I'm struggling to understand the publishing business and I'm writing about it to force myself to do research and think more carefully than I otherwise would. Here's one result:

Board Game Publishers are Doing it Wrong

The essay isn't about abstract games, or even games per se - it's about the business strategies of board game publishers (who are playing their own kind of game).

However, since you abstract games enthusiasts have become my community, I'm posting it here. If you read it, I hope you don't feel I've wasted your time.

Indeed, "who are playing their own kind of game". They're in it for the money. That's no crime as far as I'm concerned, but it doesn't interest me all that much either. I'm an inventor of abstract perferct information games, where two not necessarily social players face one another over a board or screen to compete with a "sports weapon of the mind". To serve them, my mission is to make the best possible weapons, and make the game worthy of their investment in getting to understand it.
Deep strategy games require time, and if I were in a hurry, now that would be silly wouldn't it? I'd count myself lucky if I'd have another 10 or 15 years and unlucky if it were much more. I don't need the money, and if my games are good enough they'll survive, otherwise they won't. In the former case they won't need the marketing, and in the latter case no marketing strategy will save them. I just publish them at mindsports, after that they're on their own.
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Nick Bentley
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Prop Joe wrote:

The reason publishers have over-saturated is because the mass audience can only hold a handful of games. So the publishers we're familiar with here at BGG target a niche crowd, one for whom the market will almost never be over-saturated, as they will always buy more games. There are pretty clearly some companies making money doing this.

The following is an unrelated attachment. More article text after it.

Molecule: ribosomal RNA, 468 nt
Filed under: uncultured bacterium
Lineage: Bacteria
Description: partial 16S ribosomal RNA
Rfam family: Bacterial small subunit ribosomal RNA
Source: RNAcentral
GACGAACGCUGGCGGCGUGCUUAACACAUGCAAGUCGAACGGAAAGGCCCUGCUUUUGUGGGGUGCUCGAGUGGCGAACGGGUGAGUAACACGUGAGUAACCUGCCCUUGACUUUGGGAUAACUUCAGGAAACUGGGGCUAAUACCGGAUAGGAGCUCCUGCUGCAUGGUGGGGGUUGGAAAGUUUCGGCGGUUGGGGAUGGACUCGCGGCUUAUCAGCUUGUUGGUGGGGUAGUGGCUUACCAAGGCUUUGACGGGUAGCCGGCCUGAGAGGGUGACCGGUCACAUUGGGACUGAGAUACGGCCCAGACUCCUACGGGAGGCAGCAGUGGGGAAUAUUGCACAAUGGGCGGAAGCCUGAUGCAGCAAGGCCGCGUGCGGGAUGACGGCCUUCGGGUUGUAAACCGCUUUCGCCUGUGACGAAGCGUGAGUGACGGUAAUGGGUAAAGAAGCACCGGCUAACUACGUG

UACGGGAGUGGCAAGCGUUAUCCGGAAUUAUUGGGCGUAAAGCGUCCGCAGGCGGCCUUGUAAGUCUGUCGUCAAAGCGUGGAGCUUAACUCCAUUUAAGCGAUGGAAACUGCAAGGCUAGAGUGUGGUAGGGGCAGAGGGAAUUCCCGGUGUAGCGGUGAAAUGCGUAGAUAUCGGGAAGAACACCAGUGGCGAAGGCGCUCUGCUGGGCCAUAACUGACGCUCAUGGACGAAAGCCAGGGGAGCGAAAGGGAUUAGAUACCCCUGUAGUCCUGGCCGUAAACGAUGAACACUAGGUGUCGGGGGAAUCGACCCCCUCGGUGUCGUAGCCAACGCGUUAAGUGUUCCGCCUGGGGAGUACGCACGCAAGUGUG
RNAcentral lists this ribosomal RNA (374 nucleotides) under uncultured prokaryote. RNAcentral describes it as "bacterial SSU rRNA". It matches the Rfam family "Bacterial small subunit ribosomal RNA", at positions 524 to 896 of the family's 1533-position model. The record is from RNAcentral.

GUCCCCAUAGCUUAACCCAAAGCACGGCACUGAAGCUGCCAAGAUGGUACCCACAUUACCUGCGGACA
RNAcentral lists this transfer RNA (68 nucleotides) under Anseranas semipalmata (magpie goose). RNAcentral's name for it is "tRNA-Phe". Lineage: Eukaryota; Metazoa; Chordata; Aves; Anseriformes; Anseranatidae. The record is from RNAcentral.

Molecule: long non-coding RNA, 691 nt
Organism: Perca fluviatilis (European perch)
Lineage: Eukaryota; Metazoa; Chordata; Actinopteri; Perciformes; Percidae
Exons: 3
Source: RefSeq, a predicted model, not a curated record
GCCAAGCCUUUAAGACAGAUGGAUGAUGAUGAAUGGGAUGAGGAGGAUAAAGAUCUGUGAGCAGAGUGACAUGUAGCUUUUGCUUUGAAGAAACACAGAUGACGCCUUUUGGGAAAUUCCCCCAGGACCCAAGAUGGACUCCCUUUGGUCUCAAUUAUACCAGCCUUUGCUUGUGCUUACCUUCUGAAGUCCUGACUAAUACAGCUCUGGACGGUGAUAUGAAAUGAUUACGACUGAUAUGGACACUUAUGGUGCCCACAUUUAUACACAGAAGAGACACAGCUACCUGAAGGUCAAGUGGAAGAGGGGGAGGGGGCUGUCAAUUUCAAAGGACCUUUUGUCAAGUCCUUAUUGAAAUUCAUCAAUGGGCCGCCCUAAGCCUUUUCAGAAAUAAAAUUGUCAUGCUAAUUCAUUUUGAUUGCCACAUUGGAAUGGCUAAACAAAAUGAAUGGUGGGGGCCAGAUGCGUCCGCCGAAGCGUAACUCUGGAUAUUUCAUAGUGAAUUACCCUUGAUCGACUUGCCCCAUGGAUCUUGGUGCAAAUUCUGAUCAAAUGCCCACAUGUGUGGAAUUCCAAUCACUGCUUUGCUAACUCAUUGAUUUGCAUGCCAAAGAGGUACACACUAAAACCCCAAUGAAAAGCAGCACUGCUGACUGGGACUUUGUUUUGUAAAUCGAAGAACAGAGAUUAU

I agree with this, but I also contend that targeting our niche isn't a very strong business. At least that's my impression based on what I've learned from the niche publishers I've spoken with. They generally struggle.

Quote:

I work in marketing research. Advising clients to make "amazing" products isn't helpful.


Oh, I agree with this and I probably shouldn't have used that word. I'm making an argument about how to distribute resources. As I mention Days of Wonder is already doing what I recommend to extent. They publish one game a year and they put a ton of resources not only into the design of the game but also into related efforts that help sell the game - most notably, carefully done digital versions, which themselves take lots of resources to produce.

So what I'm saying is not simply that every company should "be like Starbucks", but rather than a company like, say Rio Grande, could do better by killing off a bunch of their offerings and concentrating their resources on the games that make the cut.

This is *not* to say it would we better for gamers. We like lots of games. But I think Rio Grande could improve it's bottom line.

When cast this way, is my argument still objectionable?
 
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Nick Bentley
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russ wrote:
Also note that maximizing profit and sales is not the only valid goal of a company. As long as it makes enough profit to stay afloat, it seems reasonable to me for a company to also pursue "artistic" (or other) goals.


No argument there. My essay was just dollars and cents, but focusing on dollars and cents alone seems a dangerous thing to do if you want to live in a pleasant world.